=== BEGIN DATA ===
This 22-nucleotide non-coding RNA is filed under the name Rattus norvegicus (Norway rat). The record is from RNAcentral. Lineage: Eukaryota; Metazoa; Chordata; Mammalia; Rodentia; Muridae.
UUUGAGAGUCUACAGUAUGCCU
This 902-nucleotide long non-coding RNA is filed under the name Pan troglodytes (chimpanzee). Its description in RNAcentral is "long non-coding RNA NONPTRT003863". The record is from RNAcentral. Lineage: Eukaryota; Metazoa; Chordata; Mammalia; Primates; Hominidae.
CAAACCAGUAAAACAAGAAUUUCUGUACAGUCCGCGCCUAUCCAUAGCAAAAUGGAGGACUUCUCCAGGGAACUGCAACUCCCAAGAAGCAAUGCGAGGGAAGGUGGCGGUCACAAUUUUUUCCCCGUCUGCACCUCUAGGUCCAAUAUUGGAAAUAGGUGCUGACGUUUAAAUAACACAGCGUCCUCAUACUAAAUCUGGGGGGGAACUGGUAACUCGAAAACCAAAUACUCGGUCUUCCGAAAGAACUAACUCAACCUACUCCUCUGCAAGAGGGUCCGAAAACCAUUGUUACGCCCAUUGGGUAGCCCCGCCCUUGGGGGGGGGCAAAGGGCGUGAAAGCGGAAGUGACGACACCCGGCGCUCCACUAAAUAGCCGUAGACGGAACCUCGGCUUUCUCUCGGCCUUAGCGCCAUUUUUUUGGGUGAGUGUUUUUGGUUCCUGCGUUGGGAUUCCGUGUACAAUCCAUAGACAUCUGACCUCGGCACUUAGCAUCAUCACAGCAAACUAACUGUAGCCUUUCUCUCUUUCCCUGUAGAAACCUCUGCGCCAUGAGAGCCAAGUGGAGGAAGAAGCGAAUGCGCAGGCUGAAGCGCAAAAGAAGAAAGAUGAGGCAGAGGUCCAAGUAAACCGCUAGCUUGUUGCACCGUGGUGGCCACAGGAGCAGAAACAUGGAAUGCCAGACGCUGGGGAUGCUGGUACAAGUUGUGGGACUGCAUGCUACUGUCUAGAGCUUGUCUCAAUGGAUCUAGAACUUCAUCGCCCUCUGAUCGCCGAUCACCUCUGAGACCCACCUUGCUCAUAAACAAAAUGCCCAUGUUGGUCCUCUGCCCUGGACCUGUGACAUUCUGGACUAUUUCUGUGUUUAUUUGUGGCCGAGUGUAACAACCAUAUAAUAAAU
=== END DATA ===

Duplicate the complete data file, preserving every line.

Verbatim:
This 22-nucleotide non-coding RNA is filed under the name Rattus norvegicus (Norway rat). The record is from RNAcentral. Lineage: Eukaryota; Metazoa; Chordata; Mammalia; Rodentia; Muridae.
UUUGAGAGUCUACAGUAUGCCU
This 902-nucleotide long non-coding RNA is filed under the name Pan troglodytes (chimpanzee). Its description in RNAcentral is "long non-coding RNA NONPTRT003863". The record is from RNAcentral. Lineage: Eukaryota; Metazoa; Chordata; Mammalia; Primates; Hominidae.
CAAACCAGUAAAACAAGAAUUUCUGUACAGUCCGCGCCUAUCCAUAGCAAAAUGGAGGACUUCUCCAGGGAACUGCAACUCCCAAGAAGCAAUGCGAGGGAAGGUGGCGGUCACAAUUUUUUCCCCGUCUGCACCUCUAGGUCCAAUAUUGGAAAUAGGUGCUGACGUUUAAAUAACACAGCGUCCUCAUACUAAAUCUGGGGGGGAACUGGUAACUCGAAAACCAAAUACUCGGUCUUCCGAAAGAACUAACUCAACCUACUCCUCUGCAAGAGGGUCCGAAAACCAUUGUUACGCCCAUUGGGUAGCCCCGCCCUUGGGGGGGGGCAAAGGGCGUGAAAGCGGAAGUGACGACACCCGGCGCUCCACUAAAUAGCCGUAGACGGAACCUCGGCUUUCUCUCGGCCUUAGCGCCAUUUUUUUGGGUGAGUGUUUUUGGUUCCUGCGUUGGGAUUCCGUGUACAAUCCAUAGACAUCUGACCUCGGCACUUAGCAUCAUCACAGCAAACUAACUGUAGCCUUUCUCUCUUUCCCUGUAGAAACCUCUGCGCCAUGAGAGCCAAGUGGAGGAAGAAGCGAAUGCGCAGGCUGAAGCGCAAAAGAAGAAAGAUGAGGCAGAGGUCCAAGUAAACCGCUAGCUUGUUGCACCGUGGUGGCCACAGGAGCAGAAACAUGGAAUGCCAGACGCUGGGGAUGCUGGUACAAGUUGUGGGACUGCAUGCUACUGUCUAGAGCUUGUCUCAAUGGAUCUAGAACUUCAUCGCCCUCUGAUCGCCGAUCACCUCUGAGACCCACCUUGCUCAUAAACAAAAUGCCCAUGUUGGUCCUCUGCCCUGGACCUGUGACAUUCUGGACUAUUUCUGUGUUUAUUUGUGGCCGAGUGUAACAACCAUAUAAUAAAU